Home Australia | Oceania Tickled pink by Shoalhaven wineries

Tickled pink by Shoalhaven wineries

by Bernard O'Shea
Shoalhaven’s wineries play second fiddle to its coastal scenery, but venture off the highway into the woods and you’re sure of a big surprise. 


You probably wouldn’t visit a winery just for a cuppa, and if you were wanting to explore a wine region in New South Wales, the Shoalhaven most likely wouldn’t be the first to spring to mind. The Hunter Valley vineyards tend to hog the limelight, although Orange in Central NSW is giving it a run for its money with its esteemed cool-climate wines.

The Shoalhaven, on the other hand, is better known for its beaches: holidaymakers tend to make a beeline for popular coastal spots such as Jervis Bay, Mollymook and Ulladulla. Wineries? In the Shoalhaven? Really?

Well, yes, as it so happens, the Shoalhaven area just south of Sydney and Wollongong has lovely scenic vineyards, and their wines win their fair share of industry awards.

At Cambewarra Estate, however, you might be more tempted to go for its strongest cup of tea. So strong it weighs 70 kilograms. The saucer it sits on is bulkier at 110kg, and the cup can comfortably accommodate three people (four at a squeeze). Here patrons are given the VIP High Tea Cup Experience. “It’s the only place in Australia where you can have a high tea in a tea cup in a vineyard,” says proud owner Amanda Cole, the ‘Director of Loveliness’ at Cambewarra. But don’t worry, wine is also served!

Vines at Cambewarra Estate near Nowra, with Mount Cambewerra in the background.

The chardonnay vines at Cambewarra Estate, with Mount Cambewerra in the background.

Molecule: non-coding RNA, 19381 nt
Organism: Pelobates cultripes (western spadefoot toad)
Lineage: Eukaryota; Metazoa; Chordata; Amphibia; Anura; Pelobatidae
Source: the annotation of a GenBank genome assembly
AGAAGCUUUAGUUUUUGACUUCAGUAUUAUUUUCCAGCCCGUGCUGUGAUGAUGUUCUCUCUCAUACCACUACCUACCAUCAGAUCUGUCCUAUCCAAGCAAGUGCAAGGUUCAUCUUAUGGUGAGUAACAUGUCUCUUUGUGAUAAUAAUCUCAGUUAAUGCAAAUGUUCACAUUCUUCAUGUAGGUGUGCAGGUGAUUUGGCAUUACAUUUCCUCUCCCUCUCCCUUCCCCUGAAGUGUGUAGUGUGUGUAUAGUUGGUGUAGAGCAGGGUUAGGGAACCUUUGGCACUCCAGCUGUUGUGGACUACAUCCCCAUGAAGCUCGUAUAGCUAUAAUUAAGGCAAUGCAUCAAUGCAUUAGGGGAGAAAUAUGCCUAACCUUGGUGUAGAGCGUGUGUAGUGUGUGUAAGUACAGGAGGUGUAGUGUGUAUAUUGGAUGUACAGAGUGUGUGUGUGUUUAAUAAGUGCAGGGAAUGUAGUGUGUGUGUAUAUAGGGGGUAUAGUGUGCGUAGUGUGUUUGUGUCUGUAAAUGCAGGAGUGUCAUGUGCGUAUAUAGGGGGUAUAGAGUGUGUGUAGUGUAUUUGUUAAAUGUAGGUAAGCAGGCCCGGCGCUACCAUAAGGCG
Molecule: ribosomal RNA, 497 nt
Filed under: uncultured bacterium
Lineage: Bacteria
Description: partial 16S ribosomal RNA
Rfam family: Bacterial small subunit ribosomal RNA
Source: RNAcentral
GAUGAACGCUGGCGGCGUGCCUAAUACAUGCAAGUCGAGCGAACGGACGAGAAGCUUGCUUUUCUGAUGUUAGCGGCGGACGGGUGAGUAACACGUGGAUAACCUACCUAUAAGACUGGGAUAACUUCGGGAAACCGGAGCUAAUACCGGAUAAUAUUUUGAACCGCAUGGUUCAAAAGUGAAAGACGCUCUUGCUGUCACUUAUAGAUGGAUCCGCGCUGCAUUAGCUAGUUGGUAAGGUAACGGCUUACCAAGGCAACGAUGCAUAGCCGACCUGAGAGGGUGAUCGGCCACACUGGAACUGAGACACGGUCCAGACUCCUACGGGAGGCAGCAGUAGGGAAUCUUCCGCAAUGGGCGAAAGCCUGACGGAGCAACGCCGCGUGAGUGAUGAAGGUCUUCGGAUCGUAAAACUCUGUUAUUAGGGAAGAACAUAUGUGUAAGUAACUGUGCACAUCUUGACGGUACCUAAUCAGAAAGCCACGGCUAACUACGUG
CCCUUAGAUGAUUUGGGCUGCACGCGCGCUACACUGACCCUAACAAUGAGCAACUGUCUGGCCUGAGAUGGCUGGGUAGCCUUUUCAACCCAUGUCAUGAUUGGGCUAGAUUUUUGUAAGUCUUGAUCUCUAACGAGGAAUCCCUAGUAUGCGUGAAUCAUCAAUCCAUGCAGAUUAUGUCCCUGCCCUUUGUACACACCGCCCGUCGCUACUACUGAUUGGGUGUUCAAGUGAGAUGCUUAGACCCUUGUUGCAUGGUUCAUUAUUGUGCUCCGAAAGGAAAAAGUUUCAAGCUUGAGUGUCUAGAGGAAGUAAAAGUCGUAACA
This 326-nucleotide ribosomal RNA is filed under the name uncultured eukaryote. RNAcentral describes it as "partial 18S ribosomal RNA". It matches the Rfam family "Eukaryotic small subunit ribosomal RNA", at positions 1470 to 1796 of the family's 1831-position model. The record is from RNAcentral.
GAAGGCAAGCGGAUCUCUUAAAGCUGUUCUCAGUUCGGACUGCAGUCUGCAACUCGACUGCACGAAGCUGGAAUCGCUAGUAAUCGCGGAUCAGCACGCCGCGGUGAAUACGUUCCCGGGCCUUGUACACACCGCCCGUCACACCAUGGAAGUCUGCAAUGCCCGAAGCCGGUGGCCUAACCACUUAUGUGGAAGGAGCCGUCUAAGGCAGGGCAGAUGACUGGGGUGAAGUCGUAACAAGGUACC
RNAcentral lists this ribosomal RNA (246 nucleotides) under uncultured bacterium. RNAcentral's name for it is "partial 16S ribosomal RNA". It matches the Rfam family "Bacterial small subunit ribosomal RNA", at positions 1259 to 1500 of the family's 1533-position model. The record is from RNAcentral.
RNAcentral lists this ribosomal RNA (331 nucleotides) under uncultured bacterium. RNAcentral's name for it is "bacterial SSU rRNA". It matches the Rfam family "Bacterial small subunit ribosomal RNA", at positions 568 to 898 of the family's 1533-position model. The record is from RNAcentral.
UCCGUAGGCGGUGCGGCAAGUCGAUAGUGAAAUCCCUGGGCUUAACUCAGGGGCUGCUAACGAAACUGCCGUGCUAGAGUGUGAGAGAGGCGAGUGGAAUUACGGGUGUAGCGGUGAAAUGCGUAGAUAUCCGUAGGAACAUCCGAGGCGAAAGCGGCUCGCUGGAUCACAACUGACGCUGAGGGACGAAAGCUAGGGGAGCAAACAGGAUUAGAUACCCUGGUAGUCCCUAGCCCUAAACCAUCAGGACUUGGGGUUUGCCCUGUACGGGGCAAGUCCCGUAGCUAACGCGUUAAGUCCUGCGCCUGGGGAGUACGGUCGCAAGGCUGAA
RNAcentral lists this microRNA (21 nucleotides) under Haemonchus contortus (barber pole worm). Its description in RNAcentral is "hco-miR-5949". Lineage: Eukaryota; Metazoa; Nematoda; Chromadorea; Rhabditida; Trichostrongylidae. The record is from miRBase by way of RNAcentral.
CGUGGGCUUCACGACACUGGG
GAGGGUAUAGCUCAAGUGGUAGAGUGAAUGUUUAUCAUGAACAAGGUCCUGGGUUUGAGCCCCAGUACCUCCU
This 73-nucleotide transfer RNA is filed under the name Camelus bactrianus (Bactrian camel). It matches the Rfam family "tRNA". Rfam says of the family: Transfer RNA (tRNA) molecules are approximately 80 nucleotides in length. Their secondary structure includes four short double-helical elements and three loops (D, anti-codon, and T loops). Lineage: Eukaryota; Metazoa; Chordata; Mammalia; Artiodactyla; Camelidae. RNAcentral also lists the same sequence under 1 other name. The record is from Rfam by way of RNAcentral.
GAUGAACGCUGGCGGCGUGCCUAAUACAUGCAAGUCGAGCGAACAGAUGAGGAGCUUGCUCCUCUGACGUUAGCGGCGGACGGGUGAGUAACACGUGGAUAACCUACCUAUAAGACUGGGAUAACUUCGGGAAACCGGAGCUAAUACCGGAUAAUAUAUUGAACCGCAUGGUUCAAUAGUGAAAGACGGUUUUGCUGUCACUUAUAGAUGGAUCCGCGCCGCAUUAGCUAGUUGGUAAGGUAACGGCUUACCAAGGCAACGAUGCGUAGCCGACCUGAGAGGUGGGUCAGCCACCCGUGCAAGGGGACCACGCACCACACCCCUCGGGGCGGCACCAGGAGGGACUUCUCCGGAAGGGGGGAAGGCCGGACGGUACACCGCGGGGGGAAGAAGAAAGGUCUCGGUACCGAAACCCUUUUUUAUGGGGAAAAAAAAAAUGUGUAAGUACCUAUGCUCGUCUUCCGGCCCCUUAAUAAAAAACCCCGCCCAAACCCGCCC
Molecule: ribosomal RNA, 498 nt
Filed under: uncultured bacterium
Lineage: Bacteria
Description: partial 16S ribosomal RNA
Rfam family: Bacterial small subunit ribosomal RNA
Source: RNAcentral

Gourmet experience

The wine tasting experience has improved markedly over the years. Gone are the days when you’d drive up to a big shed in a vineyard, do some stand-up sampling at the sales counter and try to spit elegantly at the spittoon. If you were hungry, you’d probably have to make do with a packet of peanuts or crisps.

Now it’s all about sit-down meals on scenic terraces, championing local produce, gourmet fare fresh from paddock to plate, relaxing in the rustic ambience and breathing in the fresh country air. This is epitomised at Cambewarra, on the Illaroo Road a little north-west of Nowra. Its restaurant and garden terrace have commanding views over the vines, which slope gently down to a tree-lined perimeter, beyond which lies the imposing Cambewarra Mountain. It’s the perfect setting for lunch (served on Fridays to Sundays and select public holidays), accompanied by the estate’s output – chardonnay, chambourcin, cabernet sauvignon, verdelho, and red and white ports.

“My parents bought the place in 1991 and planted the vines – it was a dairy farm at the time,” says Amanda. “My husband Brett and I managed the business for three years, and now we own it.”

Baptism of fire, teacup in a storm

The big tea cup was Amanda’s idea. Cambewarra can serve high teas on request, catering for up to 120 people, in its dedicated high tea room or out on the lawns. But Amanda wanted something that would be the icing on the cake. Over the course of six months, she scoured the Australian market and manufacturing possibilities, to no avail. So she had it custom made overseas (where exactly is a trade secret) and had it shipped in.